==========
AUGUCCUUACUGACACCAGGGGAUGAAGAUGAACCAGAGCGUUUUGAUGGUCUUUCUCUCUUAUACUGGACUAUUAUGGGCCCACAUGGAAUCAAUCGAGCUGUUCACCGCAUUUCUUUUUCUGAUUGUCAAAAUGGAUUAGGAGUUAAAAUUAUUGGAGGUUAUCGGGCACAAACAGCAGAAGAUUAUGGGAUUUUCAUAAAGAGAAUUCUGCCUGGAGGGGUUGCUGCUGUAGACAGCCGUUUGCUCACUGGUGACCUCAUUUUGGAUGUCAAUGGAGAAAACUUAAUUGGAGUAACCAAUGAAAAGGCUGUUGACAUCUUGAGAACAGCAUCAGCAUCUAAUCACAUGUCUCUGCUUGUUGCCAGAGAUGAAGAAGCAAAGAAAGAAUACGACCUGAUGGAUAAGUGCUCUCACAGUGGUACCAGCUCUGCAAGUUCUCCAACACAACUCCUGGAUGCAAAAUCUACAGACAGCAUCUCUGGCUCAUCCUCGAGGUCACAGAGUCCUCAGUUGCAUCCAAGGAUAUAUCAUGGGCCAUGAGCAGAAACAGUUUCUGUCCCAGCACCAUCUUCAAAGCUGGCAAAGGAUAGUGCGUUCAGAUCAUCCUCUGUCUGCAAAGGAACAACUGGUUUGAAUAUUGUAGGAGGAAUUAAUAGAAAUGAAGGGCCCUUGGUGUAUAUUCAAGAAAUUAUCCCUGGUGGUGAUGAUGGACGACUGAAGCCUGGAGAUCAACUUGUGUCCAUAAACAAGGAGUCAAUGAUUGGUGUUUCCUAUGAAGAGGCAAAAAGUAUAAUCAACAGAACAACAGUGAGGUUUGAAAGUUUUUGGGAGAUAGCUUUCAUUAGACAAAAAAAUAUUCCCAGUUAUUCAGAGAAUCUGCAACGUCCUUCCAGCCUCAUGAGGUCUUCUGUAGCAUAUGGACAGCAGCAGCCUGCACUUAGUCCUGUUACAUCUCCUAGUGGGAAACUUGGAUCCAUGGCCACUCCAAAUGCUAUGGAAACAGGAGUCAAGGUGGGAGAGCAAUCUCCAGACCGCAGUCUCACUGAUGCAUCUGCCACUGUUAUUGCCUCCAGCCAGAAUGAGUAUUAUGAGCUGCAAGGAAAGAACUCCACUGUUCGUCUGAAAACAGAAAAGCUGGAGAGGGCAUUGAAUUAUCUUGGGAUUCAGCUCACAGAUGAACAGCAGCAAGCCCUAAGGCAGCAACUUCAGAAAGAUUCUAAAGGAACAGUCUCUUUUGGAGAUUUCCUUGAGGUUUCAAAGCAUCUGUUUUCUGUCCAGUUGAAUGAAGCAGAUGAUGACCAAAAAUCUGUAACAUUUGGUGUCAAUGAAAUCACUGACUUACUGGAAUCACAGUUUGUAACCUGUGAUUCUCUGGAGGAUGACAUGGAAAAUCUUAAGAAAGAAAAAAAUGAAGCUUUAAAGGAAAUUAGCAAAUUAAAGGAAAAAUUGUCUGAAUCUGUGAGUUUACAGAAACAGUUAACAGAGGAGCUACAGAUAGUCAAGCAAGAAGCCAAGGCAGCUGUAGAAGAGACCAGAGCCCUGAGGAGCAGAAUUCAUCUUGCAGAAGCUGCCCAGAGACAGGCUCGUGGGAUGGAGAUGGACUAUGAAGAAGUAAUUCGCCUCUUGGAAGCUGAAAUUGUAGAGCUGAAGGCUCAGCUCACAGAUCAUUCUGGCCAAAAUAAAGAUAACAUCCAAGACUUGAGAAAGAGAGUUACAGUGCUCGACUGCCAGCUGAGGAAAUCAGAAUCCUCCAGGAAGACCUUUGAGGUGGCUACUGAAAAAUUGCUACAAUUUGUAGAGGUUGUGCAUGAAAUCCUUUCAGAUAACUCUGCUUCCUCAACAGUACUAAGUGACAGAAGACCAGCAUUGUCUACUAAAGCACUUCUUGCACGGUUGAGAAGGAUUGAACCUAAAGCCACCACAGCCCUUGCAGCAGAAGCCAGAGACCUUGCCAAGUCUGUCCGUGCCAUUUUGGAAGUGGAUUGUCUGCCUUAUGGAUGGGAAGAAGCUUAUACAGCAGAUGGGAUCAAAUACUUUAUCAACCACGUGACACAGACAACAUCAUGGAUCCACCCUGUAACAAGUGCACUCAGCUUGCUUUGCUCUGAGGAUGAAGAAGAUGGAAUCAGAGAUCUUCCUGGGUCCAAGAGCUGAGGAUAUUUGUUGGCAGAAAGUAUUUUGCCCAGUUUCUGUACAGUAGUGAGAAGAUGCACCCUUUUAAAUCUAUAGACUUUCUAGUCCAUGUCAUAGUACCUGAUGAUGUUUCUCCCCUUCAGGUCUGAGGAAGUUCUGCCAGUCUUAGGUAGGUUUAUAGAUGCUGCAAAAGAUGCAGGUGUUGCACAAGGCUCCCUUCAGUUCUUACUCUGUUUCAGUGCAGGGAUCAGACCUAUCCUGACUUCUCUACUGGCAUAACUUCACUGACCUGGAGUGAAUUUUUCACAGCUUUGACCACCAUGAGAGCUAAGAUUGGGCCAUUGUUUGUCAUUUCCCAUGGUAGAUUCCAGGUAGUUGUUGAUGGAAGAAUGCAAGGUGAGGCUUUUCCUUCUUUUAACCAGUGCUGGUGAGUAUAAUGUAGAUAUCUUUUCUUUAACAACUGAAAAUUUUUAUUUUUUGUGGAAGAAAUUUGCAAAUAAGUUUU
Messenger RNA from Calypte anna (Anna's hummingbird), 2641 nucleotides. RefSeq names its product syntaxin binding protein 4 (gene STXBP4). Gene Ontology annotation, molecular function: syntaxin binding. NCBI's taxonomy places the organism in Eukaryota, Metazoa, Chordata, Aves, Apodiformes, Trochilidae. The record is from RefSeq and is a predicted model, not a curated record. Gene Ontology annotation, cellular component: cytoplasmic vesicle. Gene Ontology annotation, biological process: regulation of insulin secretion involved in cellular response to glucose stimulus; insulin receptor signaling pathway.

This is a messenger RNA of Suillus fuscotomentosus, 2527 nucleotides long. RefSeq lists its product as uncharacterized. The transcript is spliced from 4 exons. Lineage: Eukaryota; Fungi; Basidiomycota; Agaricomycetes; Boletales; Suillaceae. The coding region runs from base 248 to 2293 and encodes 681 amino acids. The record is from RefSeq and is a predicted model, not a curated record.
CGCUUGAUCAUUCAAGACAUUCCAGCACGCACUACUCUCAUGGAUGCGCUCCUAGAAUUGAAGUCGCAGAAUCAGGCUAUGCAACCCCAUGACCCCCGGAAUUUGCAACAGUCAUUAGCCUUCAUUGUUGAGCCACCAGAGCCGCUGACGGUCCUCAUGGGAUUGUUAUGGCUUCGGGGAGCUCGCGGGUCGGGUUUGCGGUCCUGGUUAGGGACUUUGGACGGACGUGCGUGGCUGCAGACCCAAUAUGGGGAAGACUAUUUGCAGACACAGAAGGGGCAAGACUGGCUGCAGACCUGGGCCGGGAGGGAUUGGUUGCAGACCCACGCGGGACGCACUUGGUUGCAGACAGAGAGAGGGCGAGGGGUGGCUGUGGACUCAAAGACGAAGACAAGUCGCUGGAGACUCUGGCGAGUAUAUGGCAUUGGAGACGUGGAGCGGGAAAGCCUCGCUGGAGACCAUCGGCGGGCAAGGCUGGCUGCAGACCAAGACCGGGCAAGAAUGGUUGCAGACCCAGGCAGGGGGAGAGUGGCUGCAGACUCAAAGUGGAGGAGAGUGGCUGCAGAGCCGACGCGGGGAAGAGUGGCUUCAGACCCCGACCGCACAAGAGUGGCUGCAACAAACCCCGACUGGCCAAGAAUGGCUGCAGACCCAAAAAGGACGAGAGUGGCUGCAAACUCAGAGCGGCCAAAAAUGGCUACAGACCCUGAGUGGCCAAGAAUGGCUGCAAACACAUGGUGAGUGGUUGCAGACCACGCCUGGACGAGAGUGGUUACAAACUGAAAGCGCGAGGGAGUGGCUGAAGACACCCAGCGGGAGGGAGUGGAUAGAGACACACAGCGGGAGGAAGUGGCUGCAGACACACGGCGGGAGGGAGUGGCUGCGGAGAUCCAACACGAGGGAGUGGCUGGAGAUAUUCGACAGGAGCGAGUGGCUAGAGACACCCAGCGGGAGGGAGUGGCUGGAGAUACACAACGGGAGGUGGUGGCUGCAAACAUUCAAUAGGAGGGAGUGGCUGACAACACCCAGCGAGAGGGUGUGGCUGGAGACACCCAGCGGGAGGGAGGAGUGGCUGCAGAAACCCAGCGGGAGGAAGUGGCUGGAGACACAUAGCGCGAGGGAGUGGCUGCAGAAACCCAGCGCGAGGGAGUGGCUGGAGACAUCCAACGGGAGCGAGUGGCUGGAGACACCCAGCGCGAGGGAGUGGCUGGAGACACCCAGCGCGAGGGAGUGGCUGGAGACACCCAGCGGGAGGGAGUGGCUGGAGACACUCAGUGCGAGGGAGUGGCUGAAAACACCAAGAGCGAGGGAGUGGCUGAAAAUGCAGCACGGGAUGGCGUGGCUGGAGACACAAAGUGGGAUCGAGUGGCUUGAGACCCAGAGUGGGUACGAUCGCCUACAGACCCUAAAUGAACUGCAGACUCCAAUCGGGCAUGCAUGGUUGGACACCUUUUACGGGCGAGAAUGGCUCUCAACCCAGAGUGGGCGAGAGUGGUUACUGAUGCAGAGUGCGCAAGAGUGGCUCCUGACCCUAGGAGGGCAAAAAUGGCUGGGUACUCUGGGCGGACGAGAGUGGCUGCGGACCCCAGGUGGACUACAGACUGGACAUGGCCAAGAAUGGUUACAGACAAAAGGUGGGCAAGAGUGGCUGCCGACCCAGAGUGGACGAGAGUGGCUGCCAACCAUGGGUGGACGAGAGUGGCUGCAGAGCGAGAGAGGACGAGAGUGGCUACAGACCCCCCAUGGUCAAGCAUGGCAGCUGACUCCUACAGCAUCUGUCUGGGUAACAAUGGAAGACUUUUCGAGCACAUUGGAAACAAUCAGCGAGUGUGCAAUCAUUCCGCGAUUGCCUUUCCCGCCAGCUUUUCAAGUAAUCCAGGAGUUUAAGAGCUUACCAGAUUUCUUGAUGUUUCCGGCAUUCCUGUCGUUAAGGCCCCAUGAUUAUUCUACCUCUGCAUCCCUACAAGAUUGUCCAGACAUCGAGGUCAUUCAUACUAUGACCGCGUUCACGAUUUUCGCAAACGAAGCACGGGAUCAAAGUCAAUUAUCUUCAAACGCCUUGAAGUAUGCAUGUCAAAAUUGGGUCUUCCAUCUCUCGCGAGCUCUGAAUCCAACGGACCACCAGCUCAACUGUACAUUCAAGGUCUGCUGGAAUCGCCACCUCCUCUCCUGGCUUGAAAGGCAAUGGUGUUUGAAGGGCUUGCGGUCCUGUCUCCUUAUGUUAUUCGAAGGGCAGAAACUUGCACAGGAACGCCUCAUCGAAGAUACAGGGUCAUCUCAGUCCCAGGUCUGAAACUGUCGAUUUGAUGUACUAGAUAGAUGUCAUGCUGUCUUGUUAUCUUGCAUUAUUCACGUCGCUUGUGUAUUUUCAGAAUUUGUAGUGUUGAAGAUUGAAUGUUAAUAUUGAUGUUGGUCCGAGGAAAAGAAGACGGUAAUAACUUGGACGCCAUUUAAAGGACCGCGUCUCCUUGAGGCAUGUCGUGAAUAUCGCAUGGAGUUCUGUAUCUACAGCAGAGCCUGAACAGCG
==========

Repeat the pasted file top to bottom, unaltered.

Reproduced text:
AUGUCCUUACUGACACCAGGGGAUGAAGAUGAACCAGAGCGUUUUGAUGGUCUUUCUCUCUUAUACUGGACUAUUAUGGGCCCACAUGGAAUCAAUCGAGCUGUUCACCGCAUUUCUUUUUCUGAUUGUCAAAAUGGAUUAGGAGUUAAAAUUAUUGGAGGUUAUCGGGCACAAACAGCAGAAGAUUAUGGGAUUUUCAUAAAGAGAAUUCUGCCUGGAGGGGUUGCUGCUGUAGACAGCCGUUUGCUCACUGGUGACCUCAUUUUGGAUGUCAAUGGAGAAAACUUAAUUGGAGUAACCAAUGAAAAGGCUGUUGACAUCUUGAGAACAGCAUCAGCAUCUAAUCACAUGUCUCUGCUUGUUGCCAGAGAUGAAGAAGCAAAGAAAGAAUACGACCUGAUGGAUAAGUGCUCUCACAGUGGUACCAGCUCUGCAAGUUCUCCAACACAACUCCUGGAUGCAAAAUCUACAGACAGCAUCUCUGGCUCAUCCUCGAGGUCACAGAGUCCUCAGUUGCAUCCAAGGAUAUAUCAUGGGCCAUGAGCAGAAACAGUUUCUGUCCCAGCACCAUCUUCAAAGCUGGCAAAGGAUAGUGCGUUCAGAUCAUCCUCUGUCUGCAAAGGAACAACUGGUUUGAAUAUUGUAGGAGGAAUUAAUAGAAAUGAAGGGCCCUUGGUGUAUAUUCAAGAAAUUAUCCCUGGUGGUGAUGAUGGACGACUGAAGCCUGGAGAUCAACUUGUGUCCAUAAACAAGGAGUCAAUGAUUGGUGUUUCCUAUGAAGAGGCAAAAAGUAUAAUCAACAGAACAACAGUGAGGUUUGAAAGUUUUUGGGAGAUAGCUUUCAUUAGACAAAAAAAUAUUCCCAGUUAUUCAGAGAAUCUGCAACGUCCUUCCAGCCUCAUGAGGUCUUCUGUAGCAUAUGGACAGCAGCAGCCUGCACUUAGUCCUGUUACAUCUCCUAGUGGGAAACUUGGAUCCAUGGCCACUCCAAAUGCUAUGGAAACAGGAGUCAAGGUGGGAGAGCAAUCUCCAGACCGCAGUCUCACUGAUGCAUCUGCCACUGUUAUUGCCUCCAGCCAGAAUGAGUAUUAUGAGCUGCAAGGAAAGAACUCCACUGUUCGUCUGAAAACAGAAAAGCUGGAGAGGGCAUUGAAUUAUCUUGGGAUUCAGCUCACAGAUGAACAGCAGCAAGCCCUAAGGCAGCAACUUCAGAAAGAUUCUAAAGGAACAGUCUCUUUUGGAGAUUUCCUUGAGGUUUCAAAGCAUCUGUUUUCUGUCCAGUUGAAUGAAGCAGAUGAUGACCAAAAAUCUGUAACAUUUGGUGUCAAUGAAAUCACUGACUUACUGGAAUCACAGUUUGUAACCUGUGAUUCUCUGGAGGAUGACAUGGAAAAUCUUAAGAAAGAAAAAAAUGAAGCUUUAAAGGAAAUUAGCAAAUUAAAGGAAAAAUUGUCUGAAUCUGUGAGUUUACAGAAACAGUUAACAGAGGAGCUACAGAUAGUCAAGCAAGAAGCCAAGGCAGCUGUAGAAGAGACCAGAGCCCUGAGGAGCAGAAUUCAUCUUGCAGAAGCUGCCCAGAGACAGGCUCGUGGGAUGGAGAUGGACUAUGAAGAAGUAAUUCGCCUCUUGGAAGCUGAAAUUGUAGAGCUGAAGGCUCAGCUCACAGAUCAUUCUGGCCAAAAUAAAGAUAACAUCCAAGACUUGAGAAAGAGAGUUACAGUGCUCGACUGCCAGCUGAGGAAAUCAGAAUCCUCCAGGAAGACCUUUGAGGUGGCUACUGAAAAAUUGCUACAAUUUGUAGAGGUUGUGCAUGAAAUCCUUUCAGAUAACUCUGCUUCCUCAACAGUACUAAGUGACAGAAGACCAGCAUUGUCUACUAAAGCACUUCUUGCACGGUUGAGAAGGAUUGAACCUAAAGCCACCACAGCCCUUGCAGCAGAAGCCAGAGACCUUGCCAAGUCUGUCCGUGCCAUUUUGGAAGUGGAUUGUCUGCCUUAUGGAUGGGAAGAAGCUUAUACAGCAGAUGGGAUCAAAUACUUUAUCAACCACGUGACACAGACAACAUCAUGGAUCCACCCUGUAACAAGUGCACUCAGCUUGCUUUGCUCUGAGGAUGAAGAAGAUGGAAUCAGAGAUCUUCCUGGGUCCAAGAGCUGAGGAUAUUUGUUGGCAGAAAGUAUUUUGCCCAGUUUCUGUACAGUAGUGAGAAGAUGCACCCUUUUAAAUCUAUAGACUUUCUAGUCCAUGUCAUAGUACCUGAUGAUGUUUCUCCCCUUCAGGUCUGAGGAAGUUCUGCCAGUCUUAGGUAGGUUUAUAGAUGCUGCAAAAGAUGCAGGUGUUGCACAAGGCUCCCUUCAGUUCUUACUCUGUUUCAGUGCAGGGAUCAGACCUAUCCUGACUUCUCUACUGGCAUAACUUCACUGACCUGGAGUGAAUUUUUCACAGCUUUGACCACCAUGAGAGCUAAGAUUGGGCCAUUGUUUGUCAUUUCCCAUGGUAGAUUCCAGGUAGUUGUUGAUGGAAGAAUGCAAGGUGAGGCUUUUCCUUCUUUUAACCAGUGCUGGUGAGUAUAAUGUAGAUAUCUUUUCUUUAACAACUGAAAAUUUUUAUUUUUUGUGGAAGAAAUUUGCAAAUAAGUUUU
Messenger RNA from Calypte anna (Anna's hummingbird), 2641 nucleotides. RefSeq names its product syntaxin binding protein 4 (gene STXBP4). Gene Ontology annotation, molecular function: syntaxin binding. NCBI's taxonomy places the organism in Eukaryota, Metazoa, Chordata, Aves, Apodiformes, Trochilidae. The record is from RefSeq and is a predicted model, not a curated record. Gene Ontology annotation, cellular component: cytoplasmic vesicle. Gene Ontology annotation, biological process: regulation of insulin secretion involved in cellular response to glucose stimulus; insulin receptor signaling pathway.

This is a messenger RNA of Suillus fuscotomentosus, 2527 nucleotides long. RefSeq lists its product as uncharacterized. The transcript is spliced from 4 exons. Lineage: Eukaryota; Fungi; Basidiomycota; Agaricomycetes; Boletales; Suillaceae. The coding region runs from base 248 to 2293 and encodes 681 amino acids. The record is from RefSeq and is a predicted model, not a curated record.
CGCUUGAUCAUUCAAGACAUUCCAGCACGCACUACUCUCAUGGAUGCGCUCCUAGAAUUGAAGUCGCAGAAUCAGGCUAUGCAACCCCAUGACCCCCGGAAUUUGCAACAGUCAUUAGCCUUCAUUGUUGAGCCACCAGAGCCGCUGACGGUCCUCAUGGGAUUGUUAUGGCUUCGGGGAGCUCGCGGGUCGGGUUUGCGGUCCUGGUUAGGGACUUUGGACGGACGUGCGUGGCUGCAGACCCAAUAUGGGGAAGACUAUUUGCAGACACAGAAGGGGCAAGACUGGCUGCAGACCUGGGCCGGGAGGGAUUGGUUGCAGACCCACGCGGGACGCACUUGGUUGCAGACAGAGAGAGGGCGAGGGGUGGCUGUGGACUCAAAGACGAAGACAAGUCGCUGGAGACUCUGGCGAGUAUAUGGCAUUGGAGACGUGGAGCGGGAAAGCCUCGCUGGAGACCAUCGGCGGGCAAGGCUGGCUGCAGACCAAGACCGGGCAAGAAUGGUUGCAGACCCAGGCAGGGGGAGAGUGGCUGCAGACUCAAAGUGGAGGAGAGUGGCUGCAGAGCCGACGCGGGGAAGAGUGGCUUCAGACCCCGACCGCACAAGAGUGGCUGCAACAAACCCCGACUGGCCAAGAAUGGCUGCAGACCCAAAAAGGACGAGAGUGGCUGCAAACUCAGAGCGGCCAAAAAUGGCUACAGACCCUGAGUGGCCAAGAAUGGCUGCAAACACAUGGUGAGUGGUUGCAGACCACGCCUGGACGAGAGUGGUUACAAACUGAAAGCGCGAGGGAGUGGCUGAAGACACCCAGCGGGAGGGAGUGGAUAGAGACACACAGCGGGAGGAAGUGGCUGCAGACACACGGCGGGAGGGAGUGGCUGCGGAGAUCCAACACGAGGGAGUGGCUGGAGAUAUUCGACAGGAGCGAGUGGCUAGAGACACCCAGCGGGAGGGAGUGGCUGGAGAUACACAACGGGAGGUGGUGGCUGCAAACAUUCAAUAGGAGGGAGUGGCUGACAACACCCAGCGAGAGGGUGUGGCUGGAGACACCCAGCGGGAGGGAGGAGUGGCUGCAGAAACCCAGCGGGAGGAAGUGGCUGGAGACACAUAGCGCGAGGGAGUGGCUGCAGAAACCCAGCGCGAGGGAGUGGCUGGAGACAUCCAACGGGAGCGAGUGGCUGGAGACACCCAGCGCGAGGGAGUGGCUGGAGACACCCAGCGCGAGGGAGUGGCUGGAGACACCCAGCGGGAGGGAGUGGCUGGAGACACUCAGUGCGAGGGAGUGGCUGAAAACACCAAGAGCGAGGGAGUGGCUGAAAAUGCAGCACGGGAUGGCGUGGCUGGAGACACAAAGUGGGAUCGAGUGGCUUGAGACCCAGAGUGGGUACGAUCGCCUACAGACCCUAAAUGAACUGCAGACUCCAAUCGGGCAUGCAUGGUUGGACACCUUUUACGGGCGAGAAUGGCUCUCAACCCAGAGUGGGCGAGAGUGGUUACUGAUGCAGAGUGCGCAAGAGUGGCUCCUGACCCUAGGAGGGCAAAAAUGGCUGGGUACUCUGGGCGGACGAGAGUGGCUGCGGACCCCAGGUGGACUACAGACUGGACAUGGCCAAGAAUGGUUACAGACAAAAGGUGGGCAAGAGUGGCUGCCGACCCAGAGUGGACGAGAGUGGCUGCCAACCAUGGGUGGACGAGAGUGGCUGCAGAGCGAGAGAGGACGAGAGUGGCUACAGACCCCCCAUGGUCAAGCAUGGCAGCUGACUCCUACAGCAUCUGUCUGGGUAACAAUGGAAGACUUUUCGAGCACAUUGGAAACAAUCAGCGAGUGUGCAAUCAUUCCGCGAUUGCCUUUCCCGCCAGCUUUUCAAGUAAUCCAGGAGUUUAAGAGCUUACCAGAUUUCUUGAUGUUUCCGGCAUUCCUGUCGUUAAGGCCCCAUGAUUAUUCUACCUCUGCAUCCCUACAAGAUUGUCCAGACAUCGAGGUCAUUCAUACUAUGACCGCGUUCACGAUUUUCGCAAACGAAGCACGGGAUCAAAGUCAAUUAUCUUCAAACGCCUUGAAGUAUGCAUGUCAAAAUUGGGUCUUCCAUCUCUCGCGAGCUCUGAAUCCAACGGACCACCAGCUCAACUGUACAUUCAAGGUCUGCUGGAAUCGCCACCUCCUCUCCUGGCUUGAAAGGCAAUGGUGUUUGAAGGGCUUGCGGUCCUGUCUCCUUAUGUUAUUCGAAGGGCAGAAACUUGCACAGGAACGCCUCAUCGAAGAUACAGGGUCAUCUCAGUCCCAGGUCUGAAACUGUCGAUUUGAUGUACUAGAUAGAUGUCAUGCUGUCUUGUUAUCUUGCAUUAUUCACGUCGCUUGUGUAUUUUCAGAAUUUGUAGUGUUGAAGAUUGAAUGUUAAUAUUGAUGUUGGUCCGAGGAAAAGAAGACGGUAAUAACUUGGACGCCAUUUAAAGGACCGCGUCUCCUUGAGGCAUGUCGUGAAUAUCGCAUGGAGUUCUGUAUCUACAGCAGAGCCUGAACAGCG